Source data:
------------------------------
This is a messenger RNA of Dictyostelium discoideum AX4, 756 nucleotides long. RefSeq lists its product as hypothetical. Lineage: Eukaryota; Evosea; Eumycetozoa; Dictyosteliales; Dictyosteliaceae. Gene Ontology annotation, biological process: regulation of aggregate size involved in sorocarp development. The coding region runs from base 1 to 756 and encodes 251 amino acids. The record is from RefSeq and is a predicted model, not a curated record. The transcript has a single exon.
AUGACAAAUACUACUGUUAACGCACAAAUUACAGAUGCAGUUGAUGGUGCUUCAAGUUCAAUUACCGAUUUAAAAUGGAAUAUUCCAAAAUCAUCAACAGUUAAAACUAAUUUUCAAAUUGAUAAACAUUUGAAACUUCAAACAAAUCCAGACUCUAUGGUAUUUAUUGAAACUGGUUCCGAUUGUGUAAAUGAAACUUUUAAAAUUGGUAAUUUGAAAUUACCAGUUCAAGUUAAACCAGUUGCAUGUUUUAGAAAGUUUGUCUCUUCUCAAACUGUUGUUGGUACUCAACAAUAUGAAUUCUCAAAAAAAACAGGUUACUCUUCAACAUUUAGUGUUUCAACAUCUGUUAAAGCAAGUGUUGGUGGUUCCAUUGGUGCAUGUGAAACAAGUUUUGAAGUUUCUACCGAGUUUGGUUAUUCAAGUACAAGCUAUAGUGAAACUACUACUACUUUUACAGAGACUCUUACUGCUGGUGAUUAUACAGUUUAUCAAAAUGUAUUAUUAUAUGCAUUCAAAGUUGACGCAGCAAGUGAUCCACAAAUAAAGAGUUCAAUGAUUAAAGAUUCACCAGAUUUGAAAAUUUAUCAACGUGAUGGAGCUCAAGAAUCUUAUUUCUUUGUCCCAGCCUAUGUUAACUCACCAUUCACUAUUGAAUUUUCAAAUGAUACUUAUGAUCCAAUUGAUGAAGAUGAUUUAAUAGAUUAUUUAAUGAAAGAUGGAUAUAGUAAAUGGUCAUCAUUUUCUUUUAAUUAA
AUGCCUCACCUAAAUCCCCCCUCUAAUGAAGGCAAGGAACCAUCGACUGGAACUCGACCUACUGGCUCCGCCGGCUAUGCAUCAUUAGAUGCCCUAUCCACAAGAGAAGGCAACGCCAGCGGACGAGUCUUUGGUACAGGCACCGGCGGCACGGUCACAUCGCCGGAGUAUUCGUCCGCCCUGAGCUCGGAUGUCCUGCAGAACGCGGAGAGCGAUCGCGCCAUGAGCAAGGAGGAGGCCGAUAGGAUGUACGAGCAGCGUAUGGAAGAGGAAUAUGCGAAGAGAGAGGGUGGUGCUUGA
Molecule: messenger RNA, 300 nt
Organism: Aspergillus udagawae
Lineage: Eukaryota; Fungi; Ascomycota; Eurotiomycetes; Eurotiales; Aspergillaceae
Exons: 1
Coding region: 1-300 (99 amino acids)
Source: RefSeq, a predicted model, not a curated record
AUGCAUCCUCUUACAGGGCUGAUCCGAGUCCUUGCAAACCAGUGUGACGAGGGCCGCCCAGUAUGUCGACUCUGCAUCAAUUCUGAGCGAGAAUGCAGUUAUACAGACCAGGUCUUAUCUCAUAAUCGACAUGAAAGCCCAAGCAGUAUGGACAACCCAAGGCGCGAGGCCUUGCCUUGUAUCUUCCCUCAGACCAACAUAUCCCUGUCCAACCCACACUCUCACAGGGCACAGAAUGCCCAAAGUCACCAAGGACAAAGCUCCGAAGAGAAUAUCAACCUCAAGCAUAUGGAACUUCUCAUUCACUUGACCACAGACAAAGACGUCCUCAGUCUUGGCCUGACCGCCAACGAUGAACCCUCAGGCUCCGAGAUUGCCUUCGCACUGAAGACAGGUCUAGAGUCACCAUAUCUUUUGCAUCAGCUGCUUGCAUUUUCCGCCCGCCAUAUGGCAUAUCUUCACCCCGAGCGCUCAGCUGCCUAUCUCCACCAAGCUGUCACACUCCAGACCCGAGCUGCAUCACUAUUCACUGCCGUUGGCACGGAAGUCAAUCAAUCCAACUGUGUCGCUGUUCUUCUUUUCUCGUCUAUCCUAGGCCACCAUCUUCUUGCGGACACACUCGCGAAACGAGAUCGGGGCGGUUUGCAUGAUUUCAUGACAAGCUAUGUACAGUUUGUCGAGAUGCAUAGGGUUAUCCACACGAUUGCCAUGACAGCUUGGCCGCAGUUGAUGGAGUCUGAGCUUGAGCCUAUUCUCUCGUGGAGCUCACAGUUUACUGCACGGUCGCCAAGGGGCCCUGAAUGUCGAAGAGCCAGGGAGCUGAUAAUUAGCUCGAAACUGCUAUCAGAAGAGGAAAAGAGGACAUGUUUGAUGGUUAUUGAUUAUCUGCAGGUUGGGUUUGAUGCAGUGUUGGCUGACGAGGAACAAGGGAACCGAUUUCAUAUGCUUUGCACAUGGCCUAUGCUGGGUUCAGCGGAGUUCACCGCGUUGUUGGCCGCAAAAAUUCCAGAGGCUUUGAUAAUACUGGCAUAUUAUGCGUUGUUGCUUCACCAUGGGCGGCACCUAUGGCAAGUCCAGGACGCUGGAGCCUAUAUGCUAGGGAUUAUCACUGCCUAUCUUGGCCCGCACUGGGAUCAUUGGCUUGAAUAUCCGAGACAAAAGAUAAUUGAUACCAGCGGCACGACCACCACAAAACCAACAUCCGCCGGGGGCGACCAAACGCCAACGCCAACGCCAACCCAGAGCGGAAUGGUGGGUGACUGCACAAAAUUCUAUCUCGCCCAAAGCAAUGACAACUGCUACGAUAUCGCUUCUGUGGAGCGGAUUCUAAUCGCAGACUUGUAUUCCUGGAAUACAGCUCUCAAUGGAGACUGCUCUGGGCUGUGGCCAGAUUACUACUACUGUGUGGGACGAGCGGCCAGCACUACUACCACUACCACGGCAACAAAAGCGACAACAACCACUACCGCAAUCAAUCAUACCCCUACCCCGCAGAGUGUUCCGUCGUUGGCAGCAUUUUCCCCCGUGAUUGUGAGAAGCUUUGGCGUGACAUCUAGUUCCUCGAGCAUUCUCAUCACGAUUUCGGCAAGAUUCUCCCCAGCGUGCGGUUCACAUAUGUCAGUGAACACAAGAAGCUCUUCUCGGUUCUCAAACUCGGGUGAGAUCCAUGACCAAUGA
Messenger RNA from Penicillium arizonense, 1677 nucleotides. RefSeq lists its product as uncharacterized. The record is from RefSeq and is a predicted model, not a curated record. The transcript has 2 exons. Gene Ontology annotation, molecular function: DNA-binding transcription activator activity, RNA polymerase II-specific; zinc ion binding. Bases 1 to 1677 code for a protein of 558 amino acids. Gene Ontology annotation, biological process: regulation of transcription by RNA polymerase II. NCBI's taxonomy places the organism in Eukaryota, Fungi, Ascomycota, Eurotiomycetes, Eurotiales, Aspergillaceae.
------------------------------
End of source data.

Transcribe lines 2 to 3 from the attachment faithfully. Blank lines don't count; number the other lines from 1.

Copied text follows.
AUGACAAAUACUACUGUUAACGCACAAAUUACAGAUGCAGUUGAUGGUGCUUCAAGUUCAAUUACCGAUUUAAAAUGGAAUAUUCCAAAAUCAUCAACAGUUAAAACUAAUUUUCAAAUUGAUAAACAUUUGAAACUUCAAACAAAUCCAGACUCUAUGGUAUUUAUUGAAACUGGUUCCGAUUGUGUAAAUGAAACUUUUAAAAUUGGUAAUUUGAAAUUACCAGUUCAAGUUAAACCAGUUGCAUGUUUUAGAAAGUUUGUCUCUUCUCAAACUGUUGUUGGUACUCAACAAUAUGAAUUCUCAAAAAAAACAGGUUACUCUUCAACAUUUAGUGUUUCAACAUCUGUUAAAGCAAGUGUUGGUGGUUCCAUUGGUGCAUGUGAAACAAGUUUUGAAGUUUCUACCGAGUUUGGUUAUUCAAGUACAAGCUAUAGUGAAACUACUACUACUUUUACAGAGACUCUUACUGCUGGUGAUUAUACAGUUUAUCAAAAUGUAUUAUUAUAUGCAUUCAAAGUUGACGCAGCAAGUGAUCCACAAAUAAAGAGUUCAAUGAUUAAAGAUUCACCAGAUUUGAAAAUUUAUCAACGUGAUGGAGCUCAAGAAUCUUAUUUCUUUGUCCCAGCCUAUGUUAACUCACCAUUCACUAUUGAAUUUUCAAAUGAUACUUAUGAUCCAAUUGAUGAAGAUGAUUUAAUAGAUUAUUUAAUGAAAGAUGGAUAUAGUAAAUGGUCAUCAUUUUCUUUUAAUUAA
AUGCCUCACCUAAAUCCCCCCUCUAAUGAAGGCAAGGAACCAUCGACUGGAACUCGACCUACUGGCUCCGCCGGCUAUGCAUCAUUAGAUGCCCUAUCCACAAGAGAAGGCAACGCCAGCGGACGAGUCUUUGGUACAGGCACCGGCGGCACGGUCACAUCGCCGGAGUAUUCGUCCGCCCUGAGCUCGGAUGUCCUGCAGAACGCGGAGAGCGAUCGCGCCAUGAGCAAGGAGGAGGCCGAUAGGAUGUACGAGCAGCGUAUGGAAGAGGAAUAUGCGAAGAGAGAGGGUGGUGCUUGA